Program Epics Abstract
Epics are enterprise initiatives that are sufficiently substantial in scope and costs as to warrant analysis and understanding of potential ROI. Epics require a lightweight business case that elaborates business and technology impact and implementation strategies. Approved epics end up in the Portfolio Backlog, where they await implementation. Portfolio Epics affect multiple release trains; are typically cross-cutting and affect multiple organizations, budgets, release trains and occur over multiple Program Increments.
The subject of this article is Program Epics, which are epics that are constrained to a single train. Because of their scope and impact, they may be introduced through the kanban systems and portfolio backlog, or they may arise locally, but they always require analysis and impact assessment—and some discussion with Program Portfolio Management—before implementation.
Agile Release Trains sometimes face the need to reason about initiatives that represent far larger chunks of value than thinking at the level of Features normally provides. It can simplify the conversation to operate at this higher level of abstraction, and helps assure the pursuit of the right business goals in a cohesive manner. SAFe uses the Program Epic artifact for this purpose.
By definition, these initiatives are large enough to require some analysis and portfolio level discussion before implementation. After all, they are likely to consume a substantial part of the train’s resources, and those empowered to make decisions for the train are also accountable to communicate prospective decisions of such major impact. The nature of this discussion and the program epic life cycle depends on the source, as we describe in the sections below.
Program Epics Originate In the Portfolio
Every portfolio Epic is eventually implemented by ARTs. Typically, these epics are split into the portions that needs to be implemented by a single ART. These are the program epics in support of the parent portfolio epic. For example, a portfolio epic of “Advanced Loyalty Program”, might be split into two program epics:
- “Coupons and points collection support at the Point-Of-Sale” – for the train that takes care of the brick-and-mortar systems
- “Electronic gift cards and discounts” – for the train that supports the e-commerce systems in the enterprise
The approval of the parent portfolio epic happens at the portfolio level, as does the feasibility analysis and exploration of possible implementation paths. Since the resultant program epics may have technical and logical dependencies, Agile Release Trains may not have full decision-making authority in choosing how to split their program epic across multiple Program Increments. Thereafter, in order to ensure consistent implementation across the portfolio, some ongoing scoping and prioritization decisions may still involve portfolio approval. Epic success criteria will reflect both the ART context, and the success criteria of the parent epic.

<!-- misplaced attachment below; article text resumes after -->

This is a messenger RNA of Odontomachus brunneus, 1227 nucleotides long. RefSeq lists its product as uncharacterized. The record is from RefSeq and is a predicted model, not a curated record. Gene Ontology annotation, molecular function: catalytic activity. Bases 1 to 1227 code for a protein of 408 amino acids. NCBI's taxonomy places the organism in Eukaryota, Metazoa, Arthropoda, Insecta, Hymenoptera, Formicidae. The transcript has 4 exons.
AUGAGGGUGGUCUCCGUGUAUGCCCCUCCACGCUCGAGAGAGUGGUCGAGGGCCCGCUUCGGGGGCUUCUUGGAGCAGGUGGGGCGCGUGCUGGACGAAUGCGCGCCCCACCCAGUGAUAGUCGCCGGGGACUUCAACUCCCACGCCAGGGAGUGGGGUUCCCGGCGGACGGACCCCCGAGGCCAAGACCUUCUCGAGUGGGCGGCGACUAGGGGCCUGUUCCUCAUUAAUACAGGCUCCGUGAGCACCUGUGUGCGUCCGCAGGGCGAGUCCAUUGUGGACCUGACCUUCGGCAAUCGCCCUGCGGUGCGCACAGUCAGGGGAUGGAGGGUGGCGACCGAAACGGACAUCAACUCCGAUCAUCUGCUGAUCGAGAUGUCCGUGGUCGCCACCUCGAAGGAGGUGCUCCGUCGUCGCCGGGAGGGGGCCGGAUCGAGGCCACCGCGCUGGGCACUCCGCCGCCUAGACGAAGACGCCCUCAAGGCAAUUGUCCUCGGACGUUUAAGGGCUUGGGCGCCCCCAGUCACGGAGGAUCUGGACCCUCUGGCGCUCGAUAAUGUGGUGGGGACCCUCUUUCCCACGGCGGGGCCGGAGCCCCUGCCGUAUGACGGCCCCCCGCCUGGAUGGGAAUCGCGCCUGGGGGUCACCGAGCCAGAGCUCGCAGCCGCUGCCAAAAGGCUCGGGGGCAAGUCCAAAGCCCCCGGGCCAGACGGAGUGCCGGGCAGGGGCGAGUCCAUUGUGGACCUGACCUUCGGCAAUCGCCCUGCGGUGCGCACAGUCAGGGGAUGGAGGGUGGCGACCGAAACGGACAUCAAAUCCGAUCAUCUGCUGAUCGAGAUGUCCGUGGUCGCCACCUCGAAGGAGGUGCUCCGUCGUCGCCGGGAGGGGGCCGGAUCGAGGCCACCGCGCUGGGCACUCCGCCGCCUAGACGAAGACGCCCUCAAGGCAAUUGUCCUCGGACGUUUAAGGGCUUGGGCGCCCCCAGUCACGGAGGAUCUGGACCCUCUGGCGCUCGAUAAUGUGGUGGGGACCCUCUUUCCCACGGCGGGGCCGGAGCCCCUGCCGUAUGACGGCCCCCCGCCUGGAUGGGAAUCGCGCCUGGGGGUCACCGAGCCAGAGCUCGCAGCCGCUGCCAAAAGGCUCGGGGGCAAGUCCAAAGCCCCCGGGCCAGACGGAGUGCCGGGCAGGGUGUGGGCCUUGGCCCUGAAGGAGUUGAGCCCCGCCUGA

Program Epics Originate in the Local Context
Not all program epics have parent portfolio epics. Some originate locally in the program context, based on understanding of the changing marketplace or the need to provide technological enablement of future business value. Due to their scope however, these program epics also require portfolio level discussion and approval.
In some cases, a program epic may spawn work in other trains as a result of context coupling in a larger Value Stream. So, in our example of the retail company, the brick-mortar train might initiate an epic: “Pre-order and pickup”. However, they can execute only the “pickup” portion – the “pre-order” function will require the ecommerce ART to develop the functionality on the consumer-facing website. These type of dependencies requires careful treatment and different dimensions of coordination and synchronization, as described in Coordination.
Managing Program Epics
SAFe requires that Program Epics are approved for implementation by the PPM. However, the way these epics are managed through the rest of their lifecycle is open to different implementations. In some cases, all program epics can be managed through the portfolio epic kanban system. In other cases, the number of trains in the enterprise and their context may prohibit managing all program epics in such a centralized way. In this case, an analogous kanban/epic analysis system can be used at the program, or Value Stream level. Regardless, all epics require careful analysis, which may involve prototyping spikes and other research as well as development and approval of the lightweight business case.
Program Epics directly influence program Vision and provide input to Program Backlog. But ARTs never implement an epic per se–all implementation is done by breaking the epics into features. Implementing features incrementally helps ensure that the system always runs while providing sufficient granularity for fast technical and business feedback. This approach may sometimes lead to de-scoping or even canceling some future anticipated elements of a program epic in favor of other initiatives that might generate more business value. The ART always flexes to the best value for the money, that’s it’s basic economics.
 Leffingwell, Dean. Agile Software Requirements: Lean Requirements Practices for Teams, Programs, and the Enterprise. Addison-Wesley, 2011.
Last update 20 July, 2014
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